Thursday, June 30, 2016

The Shallows Review

At the very beginning of the film The Shallows, what we are seeing is coming from the perspective of a GoPro camera attached to the head of a surfer, and director Jaume Collet-Serra wastes no times introducing the audience to the villain of the picture. The shark strikes and we know the gruesome fate of someone in the film, but who?

When we first see a character wearing a camera, we have our answer, but rather than take something away from the experience by eliminating the surprise of his death, instead the tension multiplies exponentially as my mind immediately begins to wonder not if but when? Sometimes the scariest thing is not the unknown but rather the known. What we see coming but cannot stop.

That initial footage serves as a storytelling device meant to briefly flash forward in order to present the grim details of what is about to happen, but then we go back to the start. A young woman named Nancy (Blake Lively) is riding passenger in a vehicle and it's clear that she is a fish out of water (pun intended) struggling with a language barrier with the man driving her to a beach in Mexico. Not just any average location to surf, but a place that holds a significant importance to her. A place Nancy shared with her late mother. A spot to grieve and reflect and do what she loves to do all at once.

Clocking in at under 80 minutes of actual running time, The Shallows still manages to demonstrate patience in order to build tension despite such a short length. Nancy is given ample time to admire the beauty of her surroundings, stand confidently on her board through some picturesque waves and also talk a bit with two young men that came to the very same spot to surf. One of them is wearing a GoPro camera on his head.

We know it's coming. Not if, but when.

Eventually the shark does attack and its bite is ferocious. The screams were ringing through my ears and while not original or unique imagery, the way the water slowly turns red struck a chord with me because I found myself thinking about what a tragic final representation it was for an entire life of a human being. Everything they have already done and everything they were still yet to do, gone. Just a cloud of red amidst a sea of blue. The film itself is, for the most part, a simple story of survival, a woman versus the brutal realities of nature, but rather than just an onslaught of action and carnage, Collet-Serra turns the film itself into our version of what the beach was supposed to be for Nancy. A spot for all of us to grieve and reflect, to ponder the extraordinary value of something as seemingly obvious as being lucky enough to live the next day.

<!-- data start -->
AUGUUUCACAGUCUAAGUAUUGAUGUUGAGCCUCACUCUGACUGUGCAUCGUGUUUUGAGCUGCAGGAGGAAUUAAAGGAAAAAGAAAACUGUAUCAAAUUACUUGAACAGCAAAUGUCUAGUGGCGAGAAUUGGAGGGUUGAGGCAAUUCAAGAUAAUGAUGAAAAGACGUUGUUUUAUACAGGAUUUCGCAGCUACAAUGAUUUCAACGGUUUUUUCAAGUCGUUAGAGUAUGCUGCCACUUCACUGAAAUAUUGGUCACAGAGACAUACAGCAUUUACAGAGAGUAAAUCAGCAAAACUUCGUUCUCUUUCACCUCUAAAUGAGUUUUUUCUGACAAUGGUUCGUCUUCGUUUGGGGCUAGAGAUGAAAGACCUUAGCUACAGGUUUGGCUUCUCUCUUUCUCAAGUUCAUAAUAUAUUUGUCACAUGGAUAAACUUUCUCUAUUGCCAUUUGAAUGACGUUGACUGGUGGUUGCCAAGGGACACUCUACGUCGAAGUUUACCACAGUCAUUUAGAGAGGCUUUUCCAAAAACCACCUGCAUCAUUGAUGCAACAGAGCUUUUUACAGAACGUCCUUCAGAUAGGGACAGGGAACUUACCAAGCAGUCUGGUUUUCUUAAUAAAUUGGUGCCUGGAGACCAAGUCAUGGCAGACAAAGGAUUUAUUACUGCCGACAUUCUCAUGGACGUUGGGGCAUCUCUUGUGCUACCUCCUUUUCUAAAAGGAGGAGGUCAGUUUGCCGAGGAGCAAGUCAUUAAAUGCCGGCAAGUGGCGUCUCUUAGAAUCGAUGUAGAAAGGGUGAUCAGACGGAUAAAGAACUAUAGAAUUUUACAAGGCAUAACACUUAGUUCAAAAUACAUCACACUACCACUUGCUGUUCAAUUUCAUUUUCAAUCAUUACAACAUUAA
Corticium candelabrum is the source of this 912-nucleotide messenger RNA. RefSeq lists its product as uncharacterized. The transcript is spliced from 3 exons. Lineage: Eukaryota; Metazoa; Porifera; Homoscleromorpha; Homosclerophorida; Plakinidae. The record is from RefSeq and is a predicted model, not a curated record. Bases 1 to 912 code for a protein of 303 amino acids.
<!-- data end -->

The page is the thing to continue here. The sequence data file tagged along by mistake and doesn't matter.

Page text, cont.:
Unfortunately the blessings of this film also ended up being a bit of a curse, as a lot of the power of the minimalist narrative resides in the quiet moments and yet the enthralling first act transitions into a second act that loses some steam and ends up feeling the weight of redundancy. The way the setting is utilized by giving Nancy really fascinating places to find survive, like the floating corpse of a whale or a tiny bed of rocks elevated out of the water just enough to promise her temporary relief from certain death, ends up being the outstanding touches that create memorable moments beyond just fast swimming and underwater shots of a shark. The problem is I eventually started to become a little bit numb towards each new injury and the close calls of each kind, whether they be Nancy just getting her feet out of the water in time or the occasional person or boat in shouting distance that could be her saving grace, but we all know it can't be that simple.

Despite this drag in the middle, everything leads up to a tense and excellently filmed conclusion that had me genuinely wondering if The Shallows would have the happy ending I had expected all along or go in a very different, very dark direction. The only issue at this point in the film is the shark itself, which had otherwise been shot and portrayed very realistically but poor CG rears its ugly head and the creature is suddenly cartoonish. During this final act we are given really poetic and moving moments in which Nancy honors her mother by promising to fight like she did, and even if they are a bit cliche in terms of stirring up emotions, it all works. I found myself moved and rooting for her to fight.

Despite the occasional presence of other actors in the film, The Shallows is Blake Lively's vehicle to prove to the world that she can act and hot damn does she prove it. I'm sure some will pay for a ticket solely for a beautiful woman in a bikini but what they will also witness is easily the most impressive moment of a young career, when she was asked to display pain, fear, strength, and courage all in a small amount of time and completely sold me on every moment. Even when the film loses a bit of its edge in the middle portion, I was still invested in her and trying to figure out a path to safety, lost in that wonderful realm cinema can create where fiction and reality blur.

I only wish the entire film would have had the same bite for me as it did during the first and third acts.

Yes, pun intended.


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